The Bush Administration is prepared to dispatch U.S. military advisers and trainers to Peru and Bolivia to join their war against drugs, William J. Bennett, national drug control policy director, said Sunday. "You see now in Colombia the presence of American trainers working with Colombians giving advice, training them on equipment. This is the kind of thing we'd anticipate if Peru and Bolivia take the same steps," Bennett said on ABC's "This Week with David Brinkley."
NEWS
August 7, 1991 | From Reuters
The Bush Administration plans to send military trainers to Peru to help the Peruvian military deal with drug traffickers and guerrillas involved in producing and smuggling cocaine, the New York Times reported in today's edition.
NEWS
November 2, 1990 | WILLIAM R. LONG, TIMES STAFF WRITER
After rejecting $36 million in U.S. military aid to fight drug traffic, Peru is shaping a complex new policy aimed at inducing farmers to stop growing coca leaves, the raw material for cocaine. Peru is the world's biggest producer of coca, and an estimated 1 million Peruvians depend on it for their livelihood.
NEWS
May 29, 1990 | DOUGLAS JEHL, TIMES STAFF WRITER
The weekend election of another staunchly anti-drug president in Colombia was hailed by U.S. officials Monday as providing a crucial opening for a long-postponed, American-backed military crackdown on narcotics traffickers in the region.
NEWS
May 22, 1990 | WILLIAM R. LONG and JAMES F. SMITH, TIMES STAFF WRITERS
Unhappy and unstable marriages between drug traffickers and terrorists are washing South American cocaine trails with blood. In Peru, fanatical Maoist guerrillas have built alliances with peasant growers of coca, the source of cocaine, and with the trafficker organizations. In neighboring Colombia, at different times and in different places, both leftist guerrillas and right-wing death squads have established opportunistic and lethal links with drug lords.
NEWS
May 21, 1990 | JAMES F. SMITH and WILLIAM R. LONG, TIMES STAFF WRITERS
Coca prices have collapsed in Peru and Bolivia, giving the United States an unprecedented opportunity to strike the traffic in cocaine at its source by helping farmers say no. A crackdown on drug lords in Colombia and tougher enforcement in Peru and Bolivia have reduced demand for coca leaves, the source of cocaine, and prices have come down as a result. Now, thousands of farmers are looking for alternate crops and for help to make the switch.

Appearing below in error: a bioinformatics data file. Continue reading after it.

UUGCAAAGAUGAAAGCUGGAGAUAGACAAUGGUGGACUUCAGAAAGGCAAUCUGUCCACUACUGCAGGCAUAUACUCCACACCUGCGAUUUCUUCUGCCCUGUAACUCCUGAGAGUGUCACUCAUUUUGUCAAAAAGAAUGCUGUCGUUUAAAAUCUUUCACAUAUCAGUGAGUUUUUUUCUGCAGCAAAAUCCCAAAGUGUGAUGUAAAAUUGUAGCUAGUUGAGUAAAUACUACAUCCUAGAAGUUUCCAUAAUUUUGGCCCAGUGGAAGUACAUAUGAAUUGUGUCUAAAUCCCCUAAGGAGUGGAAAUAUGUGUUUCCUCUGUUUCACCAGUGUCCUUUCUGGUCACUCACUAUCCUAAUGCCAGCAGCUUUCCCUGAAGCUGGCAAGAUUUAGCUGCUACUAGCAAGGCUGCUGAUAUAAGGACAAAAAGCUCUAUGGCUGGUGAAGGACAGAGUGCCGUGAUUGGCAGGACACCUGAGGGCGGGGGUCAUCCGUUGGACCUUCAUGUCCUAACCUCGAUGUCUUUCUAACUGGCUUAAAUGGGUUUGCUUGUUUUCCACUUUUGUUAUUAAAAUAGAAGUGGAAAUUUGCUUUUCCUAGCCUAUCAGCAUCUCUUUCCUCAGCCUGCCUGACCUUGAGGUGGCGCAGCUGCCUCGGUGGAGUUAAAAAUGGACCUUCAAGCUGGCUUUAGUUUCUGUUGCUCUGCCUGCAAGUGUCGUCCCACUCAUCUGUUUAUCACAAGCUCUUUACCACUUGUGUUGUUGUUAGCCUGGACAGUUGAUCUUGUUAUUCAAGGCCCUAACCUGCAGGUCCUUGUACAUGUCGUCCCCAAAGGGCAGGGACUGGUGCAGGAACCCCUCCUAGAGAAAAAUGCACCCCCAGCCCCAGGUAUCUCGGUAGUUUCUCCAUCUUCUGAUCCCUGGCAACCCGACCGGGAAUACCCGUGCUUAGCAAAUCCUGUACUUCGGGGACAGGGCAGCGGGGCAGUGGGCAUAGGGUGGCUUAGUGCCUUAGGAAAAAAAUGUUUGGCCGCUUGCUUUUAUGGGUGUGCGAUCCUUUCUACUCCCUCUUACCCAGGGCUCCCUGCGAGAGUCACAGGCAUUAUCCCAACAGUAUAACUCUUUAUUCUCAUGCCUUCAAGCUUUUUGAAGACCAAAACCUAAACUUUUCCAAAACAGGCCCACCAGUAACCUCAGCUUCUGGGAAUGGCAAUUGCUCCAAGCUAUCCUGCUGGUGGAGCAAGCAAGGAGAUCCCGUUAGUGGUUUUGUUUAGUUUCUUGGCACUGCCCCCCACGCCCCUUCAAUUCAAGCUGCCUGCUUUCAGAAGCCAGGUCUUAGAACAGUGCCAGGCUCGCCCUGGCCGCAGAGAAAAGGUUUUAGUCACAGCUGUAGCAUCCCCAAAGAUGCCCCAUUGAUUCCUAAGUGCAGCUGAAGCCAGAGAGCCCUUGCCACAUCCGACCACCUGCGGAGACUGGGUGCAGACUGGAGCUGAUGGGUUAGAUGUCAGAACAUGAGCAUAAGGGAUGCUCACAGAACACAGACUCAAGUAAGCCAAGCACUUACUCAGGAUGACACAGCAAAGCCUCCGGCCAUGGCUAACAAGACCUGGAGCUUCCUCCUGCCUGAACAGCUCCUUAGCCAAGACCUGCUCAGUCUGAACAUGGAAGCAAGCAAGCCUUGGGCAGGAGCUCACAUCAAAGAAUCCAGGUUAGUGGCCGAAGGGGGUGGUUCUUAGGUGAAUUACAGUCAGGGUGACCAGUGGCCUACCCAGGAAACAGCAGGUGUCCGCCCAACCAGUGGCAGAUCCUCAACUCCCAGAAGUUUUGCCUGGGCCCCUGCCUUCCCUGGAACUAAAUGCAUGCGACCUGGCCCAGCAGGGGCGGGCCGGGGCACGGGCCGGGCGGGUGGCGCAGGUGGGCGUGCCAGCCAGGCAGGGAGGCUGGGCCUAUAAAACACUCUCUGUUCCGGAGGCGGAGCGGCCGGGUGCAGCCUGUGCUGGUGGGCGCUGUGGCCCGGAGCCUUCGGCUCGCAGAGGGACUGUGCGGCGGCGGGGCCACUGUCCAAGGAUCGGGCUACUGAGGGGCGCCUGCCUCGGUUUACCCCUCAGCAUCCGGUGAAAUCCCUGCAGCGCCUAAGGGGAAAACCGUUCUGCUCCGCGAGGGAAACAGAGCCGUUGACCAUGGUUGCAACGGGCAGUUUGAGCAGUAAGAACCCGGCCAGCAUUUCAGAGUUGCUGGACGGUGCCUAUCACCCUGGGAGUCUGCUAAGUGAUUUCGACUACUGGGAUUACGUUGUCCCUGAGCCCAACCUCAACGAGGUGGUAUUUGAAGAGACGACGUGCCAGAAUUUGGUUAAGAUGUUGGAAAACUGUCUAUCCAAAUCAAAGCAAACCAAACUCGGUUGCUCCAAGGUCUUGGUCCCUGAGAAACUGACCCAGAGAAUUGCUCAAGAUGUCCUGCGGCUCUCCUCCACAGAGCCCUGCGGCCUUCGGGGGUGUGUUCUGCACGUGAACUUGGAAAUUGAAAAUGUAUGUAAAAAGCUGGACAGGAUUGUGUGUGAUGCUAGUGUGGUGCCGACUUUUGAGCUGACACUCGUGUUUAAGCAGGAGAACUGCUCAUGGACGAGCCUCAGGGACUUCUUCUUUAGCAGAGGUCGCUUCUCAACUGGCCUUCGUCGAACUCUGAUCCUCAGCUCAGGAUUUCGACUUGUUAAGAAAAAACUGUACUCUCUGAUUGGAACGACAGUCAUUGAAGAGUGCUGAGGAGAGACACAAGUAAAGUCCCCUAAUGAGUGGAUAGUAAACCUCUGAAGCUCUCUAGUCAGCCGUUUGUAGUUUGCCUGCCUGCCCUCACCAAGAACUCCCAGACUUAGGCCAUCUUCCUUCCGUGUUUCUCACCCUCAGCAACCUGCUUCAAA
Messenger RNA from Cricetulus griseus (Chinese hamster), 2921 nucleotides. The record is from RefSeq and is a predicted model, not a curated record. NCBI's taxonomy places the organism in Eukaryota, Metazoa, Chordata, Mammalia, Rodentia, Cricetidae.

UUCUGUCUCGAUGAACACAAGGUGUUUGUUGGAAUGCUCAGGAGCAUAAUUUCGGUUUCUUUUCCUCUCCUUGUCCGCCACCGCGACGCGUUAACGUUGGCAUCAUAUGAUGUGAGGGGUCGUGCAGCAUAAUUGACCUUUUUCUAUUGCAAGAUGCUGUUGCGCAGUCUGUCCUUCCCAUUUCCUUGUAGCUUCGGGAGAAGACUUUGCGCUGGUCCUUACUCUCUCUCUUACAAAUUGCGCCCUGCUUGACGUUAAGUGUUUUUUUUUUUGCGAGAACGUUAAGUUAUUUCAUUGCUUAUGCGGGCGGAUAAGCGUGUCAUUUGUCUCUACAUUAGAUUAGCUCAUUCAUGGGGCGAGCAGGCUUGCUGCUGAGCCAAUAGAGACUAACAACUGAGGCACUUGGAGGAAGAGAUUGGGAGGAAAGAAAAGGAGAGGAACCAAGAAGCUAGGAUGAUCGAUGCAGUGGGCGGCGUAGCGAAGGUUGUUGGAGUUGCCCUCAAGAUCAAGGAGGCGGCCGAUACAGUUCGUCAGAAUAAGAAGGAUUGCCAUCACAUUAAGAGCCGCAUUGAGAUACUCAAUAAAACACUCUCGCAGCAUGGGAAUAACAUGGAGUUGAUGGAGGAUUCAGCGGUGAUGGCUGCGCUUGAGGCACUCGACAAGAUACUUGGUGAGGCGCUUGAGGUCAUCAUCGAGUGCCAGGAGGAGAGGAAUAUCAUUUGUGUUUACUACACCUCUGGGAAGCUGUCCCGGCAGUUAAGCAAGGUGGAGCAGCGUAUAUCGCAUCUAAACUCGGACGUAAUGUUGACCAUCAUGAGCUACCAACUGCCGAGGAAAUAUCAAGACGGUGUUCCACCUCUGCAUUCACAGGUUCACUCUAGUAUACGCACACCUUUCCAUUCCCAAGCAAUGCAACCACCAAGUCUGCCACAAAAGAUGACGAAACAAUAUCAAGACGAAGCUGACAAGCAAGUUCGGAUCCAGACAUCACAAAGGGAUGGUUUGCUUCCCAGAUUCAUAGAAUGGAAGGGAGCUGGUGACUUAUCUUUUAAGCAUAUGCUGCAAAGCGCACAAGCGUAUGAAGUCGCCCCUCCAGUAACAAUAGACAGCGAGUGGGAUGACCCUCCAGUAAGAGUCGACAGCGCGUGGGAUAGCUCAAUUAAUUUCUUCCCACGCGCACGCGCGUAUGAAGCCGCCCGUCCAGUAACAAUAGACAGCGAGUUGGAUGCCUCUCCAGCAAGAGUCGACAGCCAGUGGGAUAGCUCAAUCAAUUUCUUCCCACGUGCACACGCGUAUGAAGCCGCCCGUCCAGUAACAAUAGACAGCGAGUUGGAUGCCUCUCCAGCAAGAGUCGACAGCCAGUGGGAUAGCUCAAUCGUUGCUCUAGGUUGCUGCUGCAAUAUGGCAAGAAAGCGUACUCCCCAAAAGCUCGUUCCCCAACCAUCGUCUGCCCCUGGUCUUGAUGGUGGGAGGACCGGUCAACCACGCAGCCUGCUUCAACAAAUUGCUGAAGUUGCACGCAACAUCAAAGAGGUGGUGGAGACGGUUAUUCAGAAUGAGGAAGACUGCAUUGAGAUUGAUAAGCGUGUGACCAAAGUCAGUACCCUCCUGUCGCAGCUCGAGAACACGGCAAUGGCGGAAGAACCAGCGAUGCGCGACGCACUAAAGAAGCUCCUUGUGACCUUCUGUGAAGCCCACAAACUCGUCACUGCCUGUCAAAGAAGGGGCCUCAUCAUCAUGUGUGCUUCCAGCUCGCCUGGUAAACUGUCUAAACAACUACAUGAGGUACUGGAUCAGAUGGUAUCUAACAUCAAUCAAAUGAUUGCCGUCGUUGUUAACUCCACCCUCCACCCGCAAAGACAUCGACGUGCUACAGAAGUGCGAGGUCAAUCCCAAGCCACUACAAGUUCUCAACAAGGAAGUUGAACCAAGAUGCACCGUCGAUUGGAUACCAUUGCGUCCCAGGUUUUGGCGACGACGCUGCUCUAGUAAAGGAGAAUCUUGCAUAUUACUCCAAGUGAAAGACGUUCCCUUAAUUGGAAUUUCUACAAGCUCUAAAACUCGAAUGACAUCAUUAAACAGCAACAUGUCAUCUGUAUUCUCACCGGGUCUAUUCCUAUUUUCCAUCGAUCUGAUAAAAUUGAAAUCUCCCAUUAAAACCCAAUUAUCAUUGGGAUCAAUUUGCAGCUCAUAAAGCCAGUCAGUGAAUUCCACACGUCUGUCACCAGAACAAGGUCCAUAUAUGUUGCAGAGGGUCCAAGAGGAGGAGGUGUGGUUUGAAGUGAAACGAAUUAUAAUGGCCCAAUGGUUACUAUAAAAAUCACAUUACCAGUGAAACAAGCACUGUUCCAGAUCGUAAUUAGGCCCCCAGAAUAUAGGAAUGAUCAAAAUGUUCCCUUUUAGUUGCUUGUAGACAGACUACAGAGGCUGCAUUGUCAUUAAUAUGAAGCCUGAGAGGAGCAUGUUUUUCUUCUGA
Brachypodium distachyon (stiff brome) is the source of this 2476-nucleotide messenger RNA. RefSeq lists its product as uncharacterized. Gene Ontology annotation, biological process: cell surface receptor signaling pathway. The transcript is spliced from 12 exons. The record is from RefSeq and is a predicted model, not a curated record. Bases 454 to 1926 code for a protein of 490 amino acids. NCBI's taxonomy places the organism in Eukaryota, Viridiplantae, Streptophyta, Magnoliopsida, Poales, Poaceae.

NEWS
May 11, 1990 | JAMES F. SMITH, TIMES STAFF WRITER
Alberto Fujimori, the unexpected front-runner for the Peruvian presidency, says he opposes greater U.S. military and police aid to fight cocaine trafficking unless it is accompanied by a vast program of economic development. Fujimori, the son of Japanese immigrants, said in an interview Wednesday night that the past emphasis on police action against cocaine has shown that "repression has no effectiveness. Just look at the results over the last 10 years."
NEWS
November 2, 1990 | WILLIAM R. LONG, TIMES STAFF WRITER
After rejecting $36 million in U.S. military aid to fight drug traffic, Peru is shaping a complex new policy aimed at inducing farmers to stop growing coca leaves, the raw material for cocaine. Peru is the world's biggest producer of coca, and an estimated 1 million Peruvians depend on it for their livelihood.
NEWS
September 7, 1989 | DOUGLAS JEHL, Times Staff Writer
The Bush Administration, as part of its new offensive against drug producers, has decided to back away from efforts to eradicate coca fields in Peru and Bolivia and to escalate military campaigns to intercept the crops before they reach processing labs, Administration officials said Wednesday.
NEWS
April 26, 1990 | DOUGLAS JEHL, TIMES STAFF WRITER
In the war on drugs, no one in this capital wants to be on the wrong side. But a stubborn squabble between Congress and the Bush Administration this week halted deliveries of weapons both sides agree are crucial to the fight. At issue is a fleet of helicopters slated for the front line in a new U.S.-backed assault against drug traffickers in South America. In the mountainous terrain where coca-growers thrive, the whirlybirds often can be the only way to get around.
NEWS
April 22, 1990 | From Times staff and Wire reports
The United States plans to build a training base where U.S. soldiers will instruct the Peruvian army in jungle warfare to fight leftist rebels, a U.S. Embassy official said. The new base will be built in the coca-rich Upper Huallaga Valley as part of a $35-million U.S. military aid package. The aid is part of President Bush's strategy announced in September to fight the flow of drugs from Andean nations.